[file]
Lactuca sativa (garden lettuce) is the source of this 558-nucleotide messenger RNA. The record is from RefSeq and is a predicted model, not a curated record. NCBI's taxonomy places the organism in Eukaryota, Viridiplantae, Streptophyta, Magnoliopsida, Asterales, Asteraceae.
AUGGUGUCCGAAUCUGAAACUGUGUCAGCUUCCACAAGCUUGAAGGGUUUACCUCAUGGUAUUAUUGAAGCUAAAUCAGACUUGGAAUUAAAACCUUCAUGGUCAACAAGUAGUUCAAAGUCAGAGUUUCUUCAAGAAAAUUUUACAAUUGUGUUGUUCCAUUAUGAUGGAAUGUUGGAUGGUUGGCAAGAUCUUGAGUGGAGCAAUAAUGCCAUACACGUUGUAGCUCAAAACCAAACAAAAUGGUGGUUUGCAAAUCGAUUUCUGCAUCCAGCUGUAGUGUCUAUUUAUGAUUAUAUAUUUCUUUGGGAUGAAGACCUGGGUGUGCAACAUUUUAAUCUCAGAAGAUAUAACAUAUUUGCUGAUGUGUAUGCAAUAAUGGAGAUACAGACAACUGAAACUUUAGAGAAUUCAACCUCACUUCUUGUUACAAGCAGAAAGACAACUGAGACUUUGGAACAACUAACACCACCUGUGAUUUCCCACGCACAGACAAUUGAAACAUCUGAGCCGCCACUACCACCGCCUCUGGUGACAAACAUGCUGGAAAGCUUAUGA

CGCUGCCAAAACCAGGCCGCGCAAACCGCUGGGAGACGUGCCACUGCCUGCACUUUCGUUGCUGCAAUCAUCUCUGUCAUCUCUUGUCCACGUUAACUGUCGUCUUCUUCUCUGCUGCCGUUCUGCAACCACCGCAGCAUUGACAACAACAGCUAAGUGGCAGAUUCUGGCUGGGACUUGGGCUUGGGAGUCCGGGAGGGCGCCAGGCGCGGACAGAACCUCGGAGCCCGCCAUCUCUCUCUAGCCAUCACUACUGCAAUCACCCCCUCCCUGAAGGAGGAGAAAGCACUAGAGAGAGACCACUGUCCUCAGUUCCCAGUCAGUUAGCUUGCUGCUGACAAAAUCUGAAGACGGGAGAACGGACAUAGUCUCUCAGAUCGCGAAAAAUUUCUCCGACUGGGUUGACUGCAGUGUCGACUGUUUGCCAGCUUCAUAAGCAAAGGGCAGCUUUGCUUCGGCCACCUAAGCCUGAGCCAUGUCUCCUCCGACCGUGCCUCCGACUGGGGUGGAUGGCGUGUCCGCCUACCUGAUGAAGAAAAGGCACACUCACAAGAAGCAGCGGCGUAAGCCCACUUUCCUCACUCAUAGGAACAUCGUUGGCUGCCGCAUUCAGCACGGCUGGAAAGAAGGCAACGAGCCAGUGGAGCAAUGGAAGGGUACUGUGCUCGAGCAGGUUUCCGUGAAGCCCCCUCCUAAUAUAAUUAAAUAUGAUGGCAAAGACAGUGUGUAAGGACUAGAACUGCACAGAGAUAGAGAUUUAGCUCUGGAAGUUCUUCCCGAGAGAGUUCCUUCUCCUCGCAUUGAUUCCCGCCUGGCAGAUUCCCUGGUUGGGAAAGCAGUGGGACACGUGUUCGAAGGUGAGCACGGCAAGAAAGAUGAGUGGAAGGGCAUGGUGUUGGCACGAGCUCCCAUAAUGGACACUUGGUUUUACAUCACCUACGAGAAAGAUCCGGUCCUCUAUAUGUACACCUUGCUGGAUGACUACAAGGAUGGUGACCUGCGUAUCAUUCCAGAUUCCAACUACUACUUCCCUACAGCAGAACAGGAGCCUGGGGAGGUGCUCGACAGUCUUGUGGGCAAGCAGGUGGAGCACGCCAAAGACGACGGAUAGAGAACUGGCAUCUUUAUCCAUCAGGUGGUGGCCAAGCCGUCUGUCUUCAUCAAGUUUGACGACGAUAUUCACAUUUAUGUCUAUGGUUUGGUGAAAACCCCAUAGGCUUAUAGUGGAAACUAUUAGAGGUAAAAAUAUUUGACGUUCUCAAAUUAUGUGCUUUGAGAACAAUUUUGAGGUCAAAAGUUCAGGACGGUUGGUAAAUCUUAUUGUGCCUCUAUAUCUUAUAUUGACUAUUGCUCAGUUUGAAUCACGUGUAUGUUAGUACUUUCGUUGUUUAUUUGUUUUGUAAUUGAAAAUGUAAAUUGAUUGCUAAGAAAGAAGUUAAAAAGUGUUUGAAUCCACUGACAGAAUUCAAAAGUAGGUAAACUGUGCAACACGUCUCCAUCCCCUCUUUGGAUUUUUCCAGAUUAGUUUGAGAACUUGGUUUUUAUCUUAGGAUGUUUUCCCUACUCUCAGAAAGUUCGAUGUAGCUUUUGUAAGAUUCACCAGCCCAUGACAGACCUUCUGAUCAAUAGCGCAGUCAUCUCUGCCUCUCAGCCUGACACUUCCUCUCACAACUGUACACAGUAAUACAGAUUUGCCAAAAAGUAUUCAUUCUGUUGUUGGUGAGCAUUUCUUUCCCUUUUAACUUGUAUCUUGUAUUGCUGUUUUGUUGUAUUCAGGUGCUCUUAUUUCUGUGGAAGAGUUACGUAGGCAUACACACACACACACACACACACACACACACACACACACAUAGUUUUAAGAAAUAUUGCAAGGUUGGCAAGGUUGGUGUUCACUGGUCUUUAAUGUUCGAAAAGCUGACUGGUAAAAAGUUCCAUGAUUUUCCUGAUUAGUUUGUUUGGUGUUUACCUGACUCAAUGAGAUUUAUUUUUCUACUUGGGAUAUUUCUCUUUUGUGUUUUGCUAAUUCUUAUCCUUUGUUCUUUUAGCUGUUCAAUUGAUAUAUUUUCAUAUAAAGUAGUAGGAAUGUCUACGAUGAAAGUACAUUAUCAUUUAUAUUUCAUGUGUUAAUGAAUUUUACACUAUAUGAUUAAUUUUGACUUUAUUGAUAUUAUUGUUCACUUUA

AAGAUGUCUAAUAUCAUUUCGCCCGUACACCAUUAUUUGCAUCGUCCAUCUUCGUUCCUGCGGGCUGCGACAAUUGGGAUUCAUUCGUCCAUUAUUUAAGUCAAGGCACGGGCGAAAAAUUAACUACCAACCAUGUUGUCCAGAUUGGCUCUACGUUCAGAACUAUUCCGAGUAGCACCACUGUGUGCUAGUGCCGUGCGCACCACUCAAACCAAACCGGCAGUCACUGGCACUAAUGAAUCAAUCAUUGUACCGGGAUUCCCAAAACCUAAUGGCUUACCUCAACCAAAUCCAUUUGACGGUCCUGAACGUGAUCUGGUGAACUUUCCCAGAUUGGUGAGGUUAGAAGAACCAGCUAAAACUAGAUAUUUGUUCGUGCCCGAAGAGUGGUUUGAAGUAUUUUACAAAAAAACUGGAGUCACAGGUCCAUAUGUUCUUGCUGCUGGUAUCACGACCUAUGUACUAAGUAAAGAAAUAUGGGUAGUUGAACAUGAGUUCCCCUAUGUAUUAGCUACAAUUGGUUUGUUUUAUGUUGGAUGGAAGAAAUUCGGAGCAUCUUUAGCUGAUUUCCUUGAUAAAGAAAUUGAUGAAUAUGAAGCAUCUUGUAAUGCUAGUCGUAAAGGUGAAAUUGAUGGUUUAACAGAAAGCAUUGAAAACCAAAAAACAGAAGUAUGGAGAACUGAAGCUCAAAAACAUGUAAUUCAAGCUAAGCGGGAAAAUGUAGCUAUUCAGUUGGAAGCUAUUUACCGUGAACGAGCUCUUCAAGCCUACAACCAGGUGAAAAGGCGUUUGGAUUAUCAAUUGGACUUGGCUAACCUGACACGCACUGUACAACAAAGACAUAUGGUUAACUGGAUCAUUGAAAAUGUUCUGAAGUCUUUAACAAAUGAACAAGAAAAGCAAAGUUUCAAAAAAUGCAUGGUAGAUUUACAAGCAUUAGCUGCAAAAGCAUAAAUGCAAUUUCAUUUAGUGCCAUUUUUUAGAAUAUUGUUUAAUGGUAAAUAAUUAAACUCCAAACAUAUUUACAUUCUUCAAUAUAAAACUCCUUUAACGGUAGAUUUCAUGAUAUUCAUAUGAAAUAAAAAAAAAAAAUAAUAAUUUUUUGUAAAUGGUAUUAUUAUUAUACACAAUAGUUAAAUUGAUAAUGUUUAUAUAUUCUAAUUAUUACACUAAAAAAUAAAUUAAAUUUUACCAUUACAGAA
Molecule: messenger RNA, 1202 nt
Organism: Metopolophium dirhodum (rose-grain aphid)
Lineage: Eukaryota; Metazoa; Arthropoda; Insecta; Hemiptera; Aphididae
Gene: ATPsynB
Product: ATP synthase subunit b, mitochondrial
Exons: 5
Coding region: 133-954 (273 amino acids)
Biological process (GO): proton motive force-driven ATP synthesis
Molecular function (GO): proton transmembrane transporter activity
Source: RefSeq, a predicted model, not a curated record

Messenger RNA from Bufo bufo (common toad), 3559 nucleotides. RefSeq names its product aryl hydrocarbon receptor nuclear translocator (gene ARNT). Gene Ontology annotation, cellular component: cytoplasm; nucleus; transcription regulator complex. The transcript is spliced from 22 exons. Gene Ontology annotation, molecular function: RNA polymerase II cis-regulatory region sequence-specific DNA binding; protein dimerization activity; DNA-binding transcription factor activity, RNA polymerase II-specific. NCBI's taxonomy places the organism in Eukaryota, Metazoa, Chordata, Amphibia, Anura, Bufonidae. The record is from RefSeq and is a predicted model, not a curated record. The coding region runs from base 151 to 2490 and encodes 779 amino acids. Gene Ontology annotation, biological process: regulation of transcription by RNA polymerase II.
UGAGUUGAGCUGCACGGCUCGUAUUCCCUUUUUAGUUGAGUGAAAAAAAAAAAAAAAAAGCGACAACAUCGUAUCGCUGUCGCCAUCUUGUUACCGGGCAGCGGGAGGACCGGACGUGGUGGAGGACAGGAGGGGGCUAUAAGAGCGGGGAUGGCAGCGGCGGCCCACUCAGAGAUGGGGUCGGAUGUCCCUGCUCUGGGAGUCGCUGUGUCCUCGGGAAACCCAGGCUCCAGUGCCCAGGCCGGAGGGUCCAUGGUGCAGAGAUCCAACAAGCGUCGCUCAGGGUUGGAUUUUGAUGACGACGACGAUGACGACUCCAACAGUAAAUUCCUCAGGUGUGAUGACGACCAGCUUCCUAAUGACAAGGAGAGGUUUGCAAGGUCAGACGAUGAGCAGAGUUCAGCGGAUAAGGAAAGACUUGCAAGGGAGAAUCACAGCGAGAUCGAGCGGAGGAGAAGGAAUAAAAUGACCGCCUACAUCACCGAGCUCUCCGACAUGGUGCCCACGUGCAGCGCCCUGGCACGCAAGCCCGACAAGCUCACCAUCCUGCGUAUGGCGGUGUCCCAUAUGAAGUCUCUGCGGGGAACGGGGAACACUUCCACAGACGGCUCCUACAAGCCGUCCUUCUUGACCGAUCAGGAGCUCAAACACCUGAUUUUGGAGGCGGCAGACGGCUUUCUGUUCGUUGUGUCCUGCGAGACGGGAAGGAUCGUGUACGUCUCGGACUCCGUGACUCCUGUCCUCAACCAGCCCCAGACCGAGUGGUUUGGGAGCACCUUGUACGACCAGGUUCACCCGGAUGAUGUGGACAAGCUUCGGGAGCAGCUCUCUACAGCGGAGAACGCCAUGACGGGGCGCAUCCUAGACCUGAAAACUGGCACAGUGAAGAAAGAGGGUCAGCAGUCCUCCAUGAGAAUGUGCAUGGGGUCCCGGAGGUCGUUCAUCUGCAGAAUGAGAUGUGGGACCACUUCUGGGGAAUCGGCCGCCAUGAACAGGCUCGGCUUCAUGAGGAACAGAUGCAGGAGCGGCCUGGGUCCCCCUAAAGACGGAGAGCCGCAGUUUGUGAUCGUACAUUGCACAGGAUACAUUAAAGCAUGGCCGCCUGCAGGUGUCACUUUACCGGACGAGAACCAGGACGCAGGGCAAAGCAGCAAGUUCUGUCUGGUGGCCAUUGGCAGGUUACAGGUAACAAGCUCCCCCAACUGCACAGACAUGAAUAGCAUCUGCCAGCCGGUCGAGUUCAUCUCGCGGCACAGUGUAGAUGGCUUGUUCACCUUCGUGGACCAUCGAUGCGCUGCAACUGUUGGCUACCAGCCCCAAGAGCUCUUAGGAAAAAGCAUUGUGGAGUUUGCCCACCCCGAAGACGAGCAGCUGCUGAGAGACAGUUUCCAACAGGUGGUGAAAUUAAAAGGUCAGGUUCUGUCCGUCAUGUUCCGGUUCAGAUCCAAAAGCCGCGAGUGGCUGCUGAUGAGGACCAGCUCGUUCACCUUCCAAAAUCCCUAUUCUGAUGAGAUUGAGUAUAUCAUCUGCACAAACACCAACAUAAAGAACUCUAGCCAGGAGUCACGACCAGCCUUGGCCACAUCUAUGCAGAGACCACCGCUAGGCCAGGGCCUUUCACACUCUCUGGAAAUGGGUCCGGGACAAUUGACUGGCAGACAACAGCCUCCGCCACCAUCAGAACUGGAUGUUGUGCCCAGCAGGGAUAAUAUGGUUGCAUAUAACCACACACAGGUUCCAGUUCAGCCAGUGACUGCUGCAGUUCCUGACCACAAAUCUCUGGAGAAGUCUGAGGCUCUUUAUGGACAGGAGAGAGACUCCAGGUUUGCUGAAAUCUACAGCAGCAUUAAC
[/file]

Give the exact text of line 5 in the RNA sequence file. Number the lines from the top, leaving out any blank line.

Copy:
Molecule: messenger RNA, 1202 nt